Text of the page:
An absolutely stunning action masterclass, Mission: Impossible – Fallout will likely be the best film of the summer, and one of the best this year – an all out assault, and a reminder of how fantastically thrilling action films can be.
Following Mission: Impossible – Rogue Nation, superspy Ethan Hunt (Tom Cruise) learns that the terrorist syndicate led by Solomon Lane (Sean Harris) have teamed with mysterious criminal ‘John Lark’ to steal plutonium for three nuclear bombs. Juggling personal concerns, CIA babysitter August Walker (Henry Cavill) and the differing interests of Ilsa Faust (Rebecca Ferguson), Hunt and crew aim to save the day… again.
This starts with a bang, and after some clever twists and turns takes on a very Mad Max: Fury Road feel – it’s a relentless, ever more tense and concussive couple of hours that fly past. Director and writer Christopher McQuarrie is at the peak of his powers with a script and a filmmaking style that do all but punch you in the face as the film gets more propulsive.
McQuarrie seems to have – more so than most action directors, and earlier directors in this series (bar J.J. Abrams and Brad Bird) – understood perfectly what Mission: Impossible is: impossible odds and spectacular action through the prism of the spy world.
What distinguishes the series – and what always has – is its connection to the original US show, adherence to nearly unbelievable gadgets and more backstabbing and twists than a Conservative government. McQuarrie takes these elements, adds the everpresent, evergreen Tom Cruise, mixes in a double measure of action and shakes it up into a powerful spy film cocktail.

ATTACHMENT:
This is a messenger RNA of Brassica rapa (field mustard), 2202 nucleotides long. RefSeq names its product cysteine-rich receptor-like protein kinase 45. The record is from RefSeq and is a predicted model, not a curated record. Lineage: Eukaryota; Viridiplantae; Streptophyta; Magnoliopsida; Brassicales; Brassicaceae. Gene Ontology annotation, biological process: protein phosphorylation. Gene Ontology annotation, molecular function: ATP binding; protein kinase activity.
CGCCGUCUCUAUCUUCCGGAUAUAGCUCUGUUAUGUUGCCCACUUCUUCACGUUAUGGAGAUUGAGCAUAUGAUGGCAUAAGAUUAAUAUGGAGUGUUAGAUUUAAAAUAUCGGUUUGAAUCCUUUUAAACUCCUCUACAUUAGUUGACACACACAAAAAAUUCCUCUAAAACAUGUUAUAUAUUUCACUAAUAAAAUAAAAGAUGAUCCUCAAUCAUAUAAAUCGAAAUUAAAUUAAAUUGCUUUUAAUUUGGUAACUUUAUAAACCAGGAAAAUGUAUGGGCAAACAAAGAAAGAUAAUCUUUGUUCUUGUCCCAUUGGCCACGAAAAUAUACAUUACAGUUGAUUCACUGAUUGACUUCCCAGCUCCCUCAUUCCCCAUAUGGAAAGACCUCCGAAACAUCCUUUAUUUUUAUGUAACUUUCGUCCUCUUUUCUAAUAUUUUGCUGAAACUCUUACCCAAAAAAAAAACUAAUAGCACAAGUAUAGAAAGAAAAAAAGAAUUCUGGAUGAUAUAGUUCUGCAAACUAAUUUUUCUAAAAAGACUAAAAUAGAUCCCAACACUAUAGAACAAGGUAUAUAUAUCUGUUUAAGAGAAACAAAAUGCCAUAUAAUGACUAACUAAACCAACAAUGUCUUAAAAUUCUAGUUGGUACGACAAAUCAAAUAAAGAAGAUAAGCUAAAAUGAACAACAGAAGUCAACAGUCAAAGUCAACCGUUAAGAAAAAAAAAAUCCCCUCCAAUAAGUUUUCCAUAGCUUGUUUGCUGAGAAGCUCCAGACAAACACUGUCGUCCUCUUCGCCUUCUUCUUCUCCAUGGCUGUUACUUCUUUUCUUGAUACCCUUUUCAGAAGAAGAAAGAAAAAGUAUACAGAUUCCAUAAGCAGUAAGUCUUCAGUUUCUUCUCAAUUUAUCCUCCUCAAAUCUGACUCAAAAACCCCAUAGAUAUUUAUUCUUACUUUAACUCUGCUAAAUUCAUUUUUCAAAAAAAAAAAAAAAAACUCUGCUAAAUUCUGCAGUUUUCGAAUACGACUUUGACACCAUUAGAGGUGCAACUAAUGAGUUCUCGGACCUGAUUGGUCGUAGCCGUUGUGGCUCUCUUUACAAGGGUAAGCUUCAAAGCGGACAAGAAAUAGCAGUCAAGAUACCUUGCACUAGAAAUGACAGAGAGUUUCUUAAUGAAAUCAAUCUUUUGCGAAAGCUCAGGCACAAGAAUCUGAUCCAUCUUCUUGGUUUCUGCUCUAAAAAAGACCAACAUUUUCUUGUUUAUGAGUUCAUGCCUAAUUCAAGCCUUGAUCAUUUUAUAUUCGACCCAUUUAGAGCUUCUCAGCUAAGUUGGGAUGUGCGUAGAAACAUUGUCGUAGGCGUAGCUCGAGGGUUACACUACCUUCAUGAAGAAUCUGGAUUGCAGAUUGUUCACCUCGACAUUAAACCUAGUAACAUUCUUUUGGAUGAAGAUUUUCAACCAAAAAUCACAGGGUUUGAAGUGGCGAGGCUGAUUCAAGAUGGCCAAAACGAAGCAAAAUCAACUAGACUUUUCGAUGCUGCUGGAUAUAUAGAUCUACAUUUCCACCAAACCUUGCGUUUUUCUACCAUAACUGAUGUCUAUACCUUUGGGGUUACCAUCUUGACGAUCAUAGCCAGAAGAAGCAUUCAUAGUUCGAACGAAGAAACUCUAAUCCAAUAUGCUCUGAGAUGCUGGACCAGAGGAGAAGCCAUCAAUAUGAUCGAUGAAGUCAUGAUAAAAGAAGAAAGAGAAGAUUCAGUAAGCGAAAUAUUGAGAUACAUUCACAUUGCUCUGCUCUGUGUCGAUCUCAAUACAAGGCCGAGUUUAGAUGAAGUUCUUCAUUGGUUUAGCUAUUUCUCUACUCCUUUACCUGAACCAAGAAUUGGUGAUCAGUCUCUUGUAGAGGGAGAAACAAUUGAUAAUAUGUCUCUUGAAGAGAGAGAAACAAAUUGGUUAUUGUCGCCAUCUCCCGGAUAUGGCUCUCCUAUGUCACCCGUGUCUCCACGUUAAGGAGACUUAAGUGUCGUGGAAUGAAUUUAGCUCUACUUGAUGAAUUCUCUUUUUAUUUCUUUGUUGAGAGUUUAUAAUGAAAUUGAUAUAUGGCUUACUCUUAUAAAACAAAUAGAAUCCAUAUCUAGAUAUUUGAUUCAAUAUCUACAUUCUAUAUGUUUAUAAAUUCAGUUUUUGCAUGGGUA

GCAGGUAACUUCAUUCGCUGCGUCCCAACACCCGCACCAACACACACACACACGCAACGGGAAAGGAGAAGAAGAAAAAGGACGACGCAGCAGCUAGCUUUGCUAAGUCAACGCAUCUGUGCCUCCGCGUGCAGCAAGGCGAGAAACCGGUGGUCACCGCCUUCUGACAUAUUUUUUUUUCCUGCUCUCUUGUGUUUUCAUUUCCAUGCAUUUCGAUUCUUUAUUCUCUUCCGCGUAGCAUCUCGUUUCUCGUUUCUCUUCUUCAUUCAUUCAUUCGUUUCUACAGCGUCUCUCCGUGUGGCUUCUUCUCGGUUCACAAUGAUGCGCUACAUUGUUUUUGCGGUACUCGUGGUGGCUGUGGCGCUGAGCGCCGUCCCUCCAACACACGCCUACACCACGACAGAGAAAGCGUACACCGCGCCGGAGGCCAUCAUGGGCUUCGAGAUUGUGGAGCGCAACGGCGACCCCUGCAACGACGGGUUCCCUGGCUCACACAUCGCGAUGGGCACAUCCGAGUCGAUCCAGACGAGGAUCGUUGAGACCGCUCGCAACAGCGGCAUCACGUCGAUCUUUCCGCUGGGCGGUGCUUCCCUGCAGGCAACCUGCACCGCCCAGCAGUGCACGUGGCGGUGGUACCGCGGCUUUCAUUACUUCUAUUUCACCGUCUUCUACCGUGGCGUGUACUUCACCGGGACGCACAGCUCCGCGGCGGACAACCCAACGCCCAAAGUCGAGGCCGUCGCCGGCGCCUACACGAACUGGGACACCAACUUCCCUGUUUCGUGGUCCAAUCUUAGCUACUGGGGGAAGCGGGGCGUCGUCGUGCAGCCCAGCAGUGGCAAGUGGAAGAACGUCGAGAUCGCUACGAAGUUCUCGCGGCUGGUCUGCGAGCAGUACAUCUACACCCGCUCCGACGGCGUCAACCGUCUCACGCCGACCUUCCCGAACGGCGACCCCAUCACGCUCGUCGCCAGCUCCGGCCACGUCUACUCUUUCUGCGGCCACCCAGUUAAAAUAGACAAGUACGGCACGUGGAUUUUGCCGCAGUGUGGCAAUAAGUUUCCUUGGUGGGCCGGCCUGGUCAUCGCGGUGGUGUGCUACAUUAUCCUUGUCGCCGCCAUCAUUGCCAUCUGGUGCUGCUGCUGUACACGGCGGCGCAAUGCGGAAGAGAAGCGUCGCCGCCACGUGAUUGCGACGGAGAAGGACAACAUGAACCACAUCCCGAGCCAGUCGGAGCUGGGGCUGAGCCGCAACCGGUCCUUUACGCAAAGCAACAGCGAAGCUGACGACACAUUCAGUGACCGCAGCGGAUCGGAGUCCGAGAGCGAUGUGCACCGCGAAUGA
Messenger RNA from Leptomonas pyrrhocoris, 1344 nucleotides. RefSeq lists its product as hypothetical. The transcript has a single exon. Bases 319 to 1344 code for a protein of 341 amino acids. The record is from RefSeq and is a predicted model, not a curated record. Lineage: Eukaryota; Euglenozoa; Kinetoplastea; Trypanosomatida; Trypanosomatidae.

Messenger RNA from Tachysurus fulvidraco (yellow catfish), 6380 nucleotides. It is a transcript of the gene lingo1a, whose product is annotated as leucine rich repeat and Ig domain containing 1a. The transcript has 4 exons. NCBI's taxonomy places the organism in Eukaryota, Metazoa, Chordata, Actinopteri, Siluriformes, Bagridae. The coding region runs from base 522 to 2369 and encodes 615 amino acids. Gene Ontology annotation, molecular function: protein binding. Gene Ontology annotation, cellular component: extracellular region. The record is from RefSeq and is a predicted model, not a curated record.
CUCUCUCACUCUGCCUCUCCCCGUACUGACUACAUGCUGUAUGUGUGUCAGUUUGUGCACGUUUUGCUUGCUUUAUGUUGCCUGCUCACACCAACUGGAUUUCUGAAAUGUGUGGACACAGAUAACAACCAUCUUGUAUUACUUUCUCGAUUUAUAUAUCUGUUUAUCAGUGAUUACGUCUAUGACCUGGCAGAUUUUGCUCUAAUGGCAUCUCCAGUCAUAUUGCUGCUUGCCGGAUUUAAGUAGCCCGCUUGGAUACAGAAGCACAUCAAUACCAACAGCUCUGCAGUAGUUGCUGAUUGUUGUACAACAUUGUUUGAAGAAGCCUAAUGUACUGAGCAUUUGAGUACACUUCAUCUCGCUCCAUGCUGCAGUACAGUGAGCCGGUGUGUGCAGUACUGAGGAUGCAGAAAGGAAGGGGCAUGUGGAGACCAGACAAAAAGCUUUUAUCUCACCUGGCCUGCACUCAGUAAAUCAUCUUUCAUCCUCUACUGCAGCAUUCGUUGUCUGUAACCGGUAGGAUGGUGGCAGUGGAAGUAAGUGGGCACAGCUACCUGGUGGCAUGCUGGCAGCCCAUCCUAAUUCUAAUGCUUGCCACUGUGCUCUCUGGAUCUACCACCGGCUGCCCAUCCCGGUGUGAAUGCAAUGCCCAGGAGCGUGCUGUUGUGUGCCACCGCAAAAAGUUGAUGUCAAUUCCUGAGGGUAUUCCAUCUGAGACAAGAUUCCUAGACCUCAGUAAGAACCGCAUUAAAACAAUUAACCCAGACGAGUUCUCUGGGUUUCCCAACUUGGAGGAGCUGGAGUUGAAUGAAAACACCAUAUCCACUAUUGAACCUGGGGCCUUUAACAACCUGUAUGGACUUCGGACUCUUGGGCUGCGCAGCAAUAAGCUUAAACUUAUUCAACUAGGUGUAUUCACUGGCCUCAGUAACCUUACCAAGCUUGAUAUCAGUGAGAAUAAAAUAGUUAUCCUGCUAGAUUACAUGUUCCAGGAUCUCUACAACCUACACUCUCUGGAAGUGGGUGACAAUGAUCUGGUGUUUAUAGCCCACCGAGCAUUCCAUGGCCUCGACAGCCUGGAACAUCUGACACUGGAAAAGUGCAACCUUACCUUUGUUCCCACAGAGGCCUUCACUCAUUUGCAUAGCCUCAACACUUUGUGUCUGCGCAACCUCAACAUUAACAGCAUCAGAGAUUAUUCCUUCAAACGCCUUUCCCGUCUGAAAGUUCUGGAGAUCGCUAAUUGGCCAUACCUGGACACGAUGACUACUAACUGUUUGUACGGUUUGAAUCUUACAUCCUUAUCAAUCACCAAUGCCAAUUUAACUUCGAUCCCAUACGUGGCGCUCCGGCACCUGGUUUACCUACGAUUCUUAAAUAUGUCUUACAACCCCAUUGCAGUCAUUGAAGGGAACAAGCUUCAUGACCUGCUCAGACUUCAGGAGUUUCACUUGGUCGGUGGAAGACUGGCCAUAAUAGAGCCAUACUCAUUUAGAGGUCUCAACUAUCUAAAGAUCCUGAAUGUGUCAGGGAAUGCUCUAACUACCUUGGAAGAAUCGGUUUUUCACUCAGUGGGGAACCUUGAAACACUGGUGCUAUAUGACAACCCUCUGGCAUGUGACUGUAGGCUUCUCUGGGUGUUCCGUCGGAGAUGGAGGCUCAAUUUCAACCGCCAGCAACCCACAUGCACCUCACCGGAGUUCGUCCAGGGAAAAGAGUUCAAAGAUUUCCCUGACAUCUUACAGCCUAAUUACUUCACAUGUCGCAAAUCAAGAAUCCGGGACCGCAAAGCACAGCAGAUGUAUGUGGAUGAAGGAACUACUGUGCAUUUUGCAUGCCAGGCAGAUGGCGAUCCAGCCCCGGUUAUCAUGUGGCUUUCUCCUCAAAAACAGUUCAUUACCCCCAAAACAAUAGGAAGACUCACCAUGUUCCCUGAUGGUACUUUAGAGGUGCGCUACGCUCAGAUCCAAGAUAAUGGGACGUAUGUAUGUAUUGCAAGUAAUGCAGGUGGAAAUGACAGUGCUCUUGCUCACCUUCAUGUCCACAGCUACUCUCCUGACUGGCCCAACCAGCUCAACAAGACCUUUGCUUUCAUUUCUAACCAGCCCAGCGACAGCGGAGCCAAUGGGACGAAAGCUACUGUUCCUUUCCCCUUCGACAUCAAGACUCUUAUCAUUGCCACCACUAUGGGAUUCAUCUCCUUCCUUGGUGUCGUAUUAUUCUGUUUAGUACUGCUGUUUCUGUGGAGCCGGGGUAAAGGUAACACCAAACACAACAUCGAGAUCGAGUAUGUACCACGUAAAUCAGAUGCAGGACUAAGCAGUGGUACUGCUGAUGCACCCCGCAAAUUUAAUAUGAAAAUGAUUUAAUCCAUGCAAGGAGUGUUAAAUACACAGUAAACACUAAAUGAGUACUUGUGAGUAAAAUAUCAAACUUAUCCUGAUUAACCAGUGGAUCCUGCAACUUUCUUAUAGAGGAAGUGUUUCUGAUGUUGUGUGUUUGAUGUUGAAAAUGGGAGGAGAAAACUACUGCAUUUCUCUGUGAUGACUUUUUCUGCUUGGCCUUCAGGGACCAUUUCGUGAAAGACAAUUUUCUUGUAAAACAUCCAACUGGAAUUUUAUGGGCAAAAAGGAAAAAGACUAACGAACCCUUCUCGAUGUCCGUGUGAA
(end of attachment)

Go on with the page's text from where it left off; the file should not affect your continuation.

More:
Having written and directed Rogue Nation, McQuarrie is also well placed to handle the human side (both the fun group dynamic, and conflicts with authority and the enemy), making dialogue scenes zing. He also strongly utilises the acting abilities of those he works with, but the utterly insane action is key to his success.
I would give McQuarrie a Bond film or any action franchise based entirely on his work here, as the action and stunts are simply amazing. This is largely down to Cruise being a complete nutter and electing to do all stunts himself, with each film escalating that personal threat (on his say so)!
Quite frankly, some of the stunts are remarkable, not least a huge chase across Paris that reminded me of a similar scene in The Bourne Identity, but much more clearly shot and expertly edited. It’s quite obviously Cruise who weaves through traffic at high speed on a bike, crashes vans into trucks and legs it from police.
Later on, another huge scene in London does the same on foot, and I haven’t even mentioned the jaw dropping, aerial stunts that bookend the film, let alone an excellently shot and bone breaking brawl in a nightclub toilet!
To be honest, it is unbelievable – honestly – how few special effects are used. With so many films turning to CGI for its lack of risk, action as a genre has suffered (bar those I’ve made a point of highlighting like Fury Road and the John Wick movies). This feels like a moment: Hollywood can continue down the effects path, or take a step back and see how much more engaging these set pieces are, when we recognise the people fighting, flying, driving or shooting.
A lot of McQuarrie’s direction reminded me of Christopher Nolan’s distinct action staging in The Dark Knight. What strikes you is that this elevating, continuing madness keeps outdoing itself, so by the end you are agape at watching THE Tom Cruise piloting a helicopter through mountain valleys. For an action junkie like me, this left a huge smile on my face, and I left the cinema unable to stop grinning at the lunacy I’d seen.